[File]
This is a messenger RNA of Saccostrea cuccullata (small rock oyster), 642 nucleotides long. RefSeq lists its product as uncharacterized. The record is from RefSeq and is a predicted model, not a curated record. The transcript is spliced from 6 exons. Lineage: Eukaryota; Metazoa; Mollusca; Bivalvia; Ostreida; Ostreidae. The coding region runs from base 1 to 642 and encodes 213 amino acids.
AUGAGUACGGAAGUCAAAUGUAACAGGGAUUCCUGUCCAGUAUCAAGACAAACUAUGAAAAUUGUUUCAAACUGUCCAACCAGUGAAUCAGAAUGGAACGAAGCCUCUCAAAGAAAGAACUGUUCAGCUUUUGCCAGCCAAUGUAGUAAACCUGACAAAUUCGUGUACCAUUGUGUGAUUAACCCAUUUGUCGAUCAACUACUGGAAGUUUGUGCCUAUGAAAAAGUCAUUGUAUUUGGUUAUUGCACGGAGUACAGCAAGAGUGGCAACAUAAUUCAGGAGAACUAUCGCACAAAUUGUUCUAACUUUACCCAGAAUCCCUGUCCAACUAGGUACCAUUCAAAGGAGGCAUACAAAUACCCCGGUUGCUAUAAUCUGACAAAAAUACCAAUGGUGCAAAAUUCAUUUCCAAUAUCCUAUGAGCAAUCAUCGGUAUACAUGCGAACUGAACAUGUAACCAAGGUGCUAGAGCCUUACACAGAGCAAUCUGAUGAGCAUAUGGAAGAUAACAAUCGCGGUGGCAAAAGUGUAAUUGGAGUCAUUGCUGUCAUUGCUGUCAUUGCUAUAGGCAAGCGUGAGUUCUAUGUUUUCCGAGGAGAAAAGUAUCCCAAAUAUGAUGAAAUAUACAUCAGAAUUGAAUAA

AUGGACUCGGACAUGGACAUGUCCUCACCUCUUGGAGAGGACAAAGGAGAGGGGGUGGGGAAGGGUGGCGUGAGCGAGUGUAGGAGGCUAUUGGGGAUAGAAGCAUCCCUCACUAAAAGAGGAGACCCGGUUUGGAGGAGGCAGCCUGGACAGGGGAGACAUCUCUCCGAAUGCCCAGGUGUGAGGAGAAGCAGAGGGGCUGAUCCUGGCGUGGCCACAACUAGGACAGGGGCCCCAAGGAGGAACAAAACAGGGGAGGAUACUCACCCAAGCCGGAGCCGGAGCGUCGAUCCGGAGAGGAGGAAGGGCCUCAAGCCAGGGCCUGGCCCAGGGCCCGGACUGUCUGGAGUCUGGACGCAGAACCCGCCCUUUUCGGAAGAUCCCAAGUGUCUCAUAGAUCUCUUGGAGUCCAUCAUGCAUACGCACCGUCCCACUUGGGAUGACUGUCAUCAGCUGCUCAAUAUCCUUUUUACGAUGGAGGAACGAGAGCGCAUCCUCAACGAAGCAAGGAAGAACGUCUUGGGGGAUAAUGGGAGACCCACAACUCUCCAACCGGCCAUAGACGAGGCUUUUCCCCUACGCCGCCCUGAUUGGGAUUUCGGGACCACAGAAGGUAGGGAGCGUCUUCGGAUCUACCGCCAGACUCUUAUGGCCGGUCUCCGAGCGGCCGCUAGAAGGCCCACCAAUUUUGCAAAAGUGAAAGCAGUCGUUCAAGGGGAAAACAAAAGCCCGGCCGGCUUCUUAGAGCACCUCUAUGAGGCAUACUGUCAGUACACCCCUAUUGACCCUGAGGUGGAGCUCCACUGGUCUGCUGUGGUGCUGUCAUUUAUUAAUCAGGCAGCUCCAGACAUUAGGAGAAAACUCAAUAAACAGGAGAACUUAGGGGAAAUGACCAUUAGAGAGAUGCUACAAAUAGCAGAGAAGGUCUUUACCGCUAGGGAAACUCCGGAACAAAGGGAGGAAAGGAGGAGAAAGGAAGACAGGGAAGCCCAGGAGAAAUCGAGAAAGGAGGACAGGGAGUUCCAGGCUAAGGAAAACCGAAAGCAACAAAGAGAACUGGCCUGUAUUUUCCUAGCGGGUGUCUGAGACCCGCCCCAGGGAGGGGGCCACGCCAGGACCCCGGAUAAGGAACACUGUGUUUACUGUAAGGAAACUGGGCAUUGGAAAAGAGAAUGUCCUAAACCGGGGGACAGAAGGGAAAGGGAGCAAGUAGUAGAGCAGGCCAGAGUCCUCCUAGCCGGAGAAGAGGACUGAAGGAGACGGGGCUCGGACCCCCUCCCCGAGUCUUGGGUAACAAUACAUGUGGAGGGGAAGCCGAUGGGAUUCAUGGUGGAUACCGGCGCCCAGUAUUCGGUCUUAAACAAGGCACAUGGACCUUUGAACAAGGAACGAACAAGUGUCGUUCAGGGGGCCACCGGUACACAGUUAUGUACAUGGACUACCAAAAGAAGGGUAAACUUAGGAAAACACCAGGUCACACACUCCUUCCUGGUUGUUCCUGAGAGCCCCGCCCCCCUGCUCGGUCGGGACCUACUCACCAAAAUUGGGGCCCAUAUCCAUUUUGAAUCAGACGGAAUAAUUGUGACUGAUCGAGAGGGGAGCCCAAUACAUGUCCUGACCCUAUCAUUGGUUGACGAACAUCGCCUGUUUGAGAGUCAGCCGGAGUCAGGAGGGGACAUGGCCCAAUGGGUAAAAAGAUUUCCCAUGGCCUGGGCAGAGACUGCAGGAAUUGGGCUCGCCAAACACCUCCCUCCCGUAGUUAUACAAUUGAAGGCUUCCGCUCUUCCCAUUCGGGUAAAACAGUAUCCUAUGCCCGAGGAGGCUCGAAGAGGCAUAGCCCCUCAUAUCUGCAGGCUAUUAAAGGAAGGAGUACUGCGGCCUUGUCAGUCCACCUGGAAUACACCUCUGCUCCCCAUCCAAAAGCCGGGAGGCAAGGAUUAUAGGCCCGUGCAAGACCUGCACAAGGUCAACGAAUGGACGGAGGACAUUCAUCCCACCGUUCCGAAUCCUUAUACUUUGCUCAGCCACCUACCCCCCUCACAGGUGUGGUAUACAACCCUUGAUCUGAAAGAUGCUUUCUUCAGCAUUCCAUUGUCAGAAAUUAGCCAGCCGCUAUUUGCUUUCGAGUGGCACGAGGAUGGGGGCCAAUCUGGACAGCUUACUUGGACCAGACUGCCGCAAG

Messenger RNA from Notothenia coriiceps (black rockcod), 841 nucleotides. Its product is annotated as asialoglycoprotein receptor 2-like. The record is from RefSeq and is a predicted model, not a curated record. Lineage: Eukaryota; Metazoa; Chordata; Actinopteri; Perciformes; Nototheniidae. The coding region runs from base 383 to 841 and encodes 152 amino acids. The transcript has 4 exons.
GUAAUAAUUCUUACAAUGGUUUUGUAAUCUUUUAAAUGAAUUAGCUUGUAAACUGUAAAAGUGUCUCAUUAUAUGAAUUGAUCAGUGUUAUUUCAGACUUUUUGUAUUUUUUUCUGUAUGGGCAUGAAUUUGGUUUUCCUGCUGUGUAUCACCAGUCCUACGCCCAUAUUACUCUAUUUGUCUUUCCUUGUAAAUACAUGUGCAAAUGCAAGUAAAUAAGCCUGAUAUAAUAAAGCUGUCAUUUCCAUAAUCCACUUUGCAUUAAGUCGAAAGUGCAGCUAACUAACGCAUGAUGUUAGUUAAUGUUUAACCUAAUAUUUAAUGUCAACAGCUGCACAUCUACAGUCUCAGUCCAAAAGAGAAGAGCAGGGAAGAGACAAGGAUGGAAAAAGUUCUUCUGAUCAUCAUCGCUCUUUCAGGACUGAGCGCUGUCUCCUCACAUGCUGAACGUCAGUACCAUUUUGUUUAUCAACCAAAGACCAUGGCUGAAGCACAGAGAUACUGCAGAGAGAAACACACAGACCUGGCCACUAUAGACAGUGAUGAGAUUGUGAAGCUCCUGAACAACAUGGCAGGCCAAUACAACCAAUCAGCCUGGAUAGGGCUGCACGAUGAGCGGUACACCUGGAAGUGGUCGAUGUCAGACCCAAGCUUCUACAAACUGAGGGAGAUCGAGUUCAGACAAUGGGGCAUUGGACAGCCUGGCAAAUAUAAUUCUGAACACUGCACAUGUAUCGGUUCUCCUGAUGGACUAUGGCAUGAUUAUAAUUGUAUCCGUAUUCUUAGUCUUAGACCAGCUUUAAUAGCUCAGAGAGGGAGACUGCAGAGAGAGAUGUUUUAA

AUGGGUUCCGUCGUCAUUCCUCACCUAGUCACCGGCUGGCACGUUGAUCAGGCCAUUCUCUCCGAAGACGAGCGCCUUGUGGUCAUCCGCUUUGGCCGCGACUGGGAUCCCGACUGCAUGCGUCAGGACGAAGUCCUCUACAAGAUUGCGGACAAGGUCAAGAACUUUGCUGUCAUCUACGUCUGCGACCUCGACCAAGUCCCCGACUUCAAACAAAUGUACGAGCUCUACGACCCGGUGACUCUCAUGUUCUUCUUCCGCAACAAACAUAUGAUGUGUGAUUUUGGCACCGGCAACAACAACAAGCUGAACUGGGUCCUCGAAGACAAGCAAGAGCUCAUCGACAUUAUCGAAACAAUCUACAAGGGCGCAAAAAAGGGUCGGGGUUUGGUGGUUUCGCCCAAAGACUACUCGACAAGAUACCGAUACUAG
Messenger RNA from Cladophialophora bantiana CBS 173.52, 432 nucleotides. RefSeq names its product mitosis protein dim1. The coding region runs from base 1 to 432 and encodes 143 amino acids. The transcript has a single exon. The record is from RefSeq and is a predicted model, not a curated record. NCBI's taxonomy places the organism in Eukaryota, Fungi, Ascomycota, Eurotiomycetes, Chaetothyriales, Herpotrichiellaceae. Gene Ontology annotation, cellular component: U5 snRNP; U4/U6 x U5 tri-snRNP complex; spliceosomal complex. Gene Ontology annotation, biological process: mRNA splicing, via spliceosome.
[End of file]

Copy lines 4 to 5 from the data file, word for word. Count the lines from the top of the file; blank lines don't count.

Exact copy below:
Messenger RNA from Notothenia coriiceps (black rockcod), 841 nucleotides. Its product is annotated as asialoglycoprotein receptor 2-like. The record is from RefSeq and is a predicted model, not a curated record. Lineage: Eukaryota; Metazoa; Chordata; Actinopteri; Perciformes; Nototheniidae. The coding region runs from base 383 to 841 and encodes 152 amino acids. The transcript has 4 exons.
GUAAUAAUUCUUACAAUGGUUUUGUAAUCUUUUAAAUGAAUUAGCUUGUAAACUGUAAAAGUGUCUCAUUAUAUGAAUUGAUCAGUGUUAUUUCAGACUUUUUGUAUUUUUUUCUGUAUGGGCAUGAAUUUGGUUUUCCUGCUGUGUAUCACCAGUCCUACGCCCAUAUUACUCUAUUUGUCUUUCCUUGUAAAUACAUGUGCAAAUGCAAGUAAAUAAGCCUGAUAUAAUAAAGCUGUCAUUUCCAUAAUCCACUUUGCAUUAAGUCGAAAGUGCAGCUAACUAACGCAUGAUGUUAGUUAAUGUUUAACCUAAUAUUUAAUGUCAACAGCUGCACAUCUACAGUCUCAGUCCAAAAGAGAAGAGCAGGGAAGAGACAAGGAUGGAAAAAGUUCUUCUGAUCAUCAUCGCUCUUUCAGGACUGAGCGCUGUCUCCUCACAUGCUGAACGUCAGUACCAUUUUGUUUAUCAACCAAAGACCAUGGCUGAAGCACAGAGAUACUGCAGAGAGAAACACACAGACCUGGCCACUAUAGACAGUGAUGAGAUUGUGAAGCUCCUGAACAACAUGGCAGGCCAAUACAACCAAUCAGCCUGGAUAGGGCUGCACGAUGAGCGGUACACCUGGAAGUGGUCGAUGUCAGACCCAAGCUUCUACAAACUGAGGGAGAUCGAGUUCAGACAAUGGGGCAUUGGACAGCCUGGCAAAUAUAAUUCUGAACACUGCACAUGUAUCGGUUCUCCUGAUGGACUAUGGCAUGAUUAUAAUUGUAUCCGUAUUCUUAGUCUUAGACCAGCUUUAAUAGCUCAGAGAGGGAGACUGCAGAGAGAGAUGUUUUAA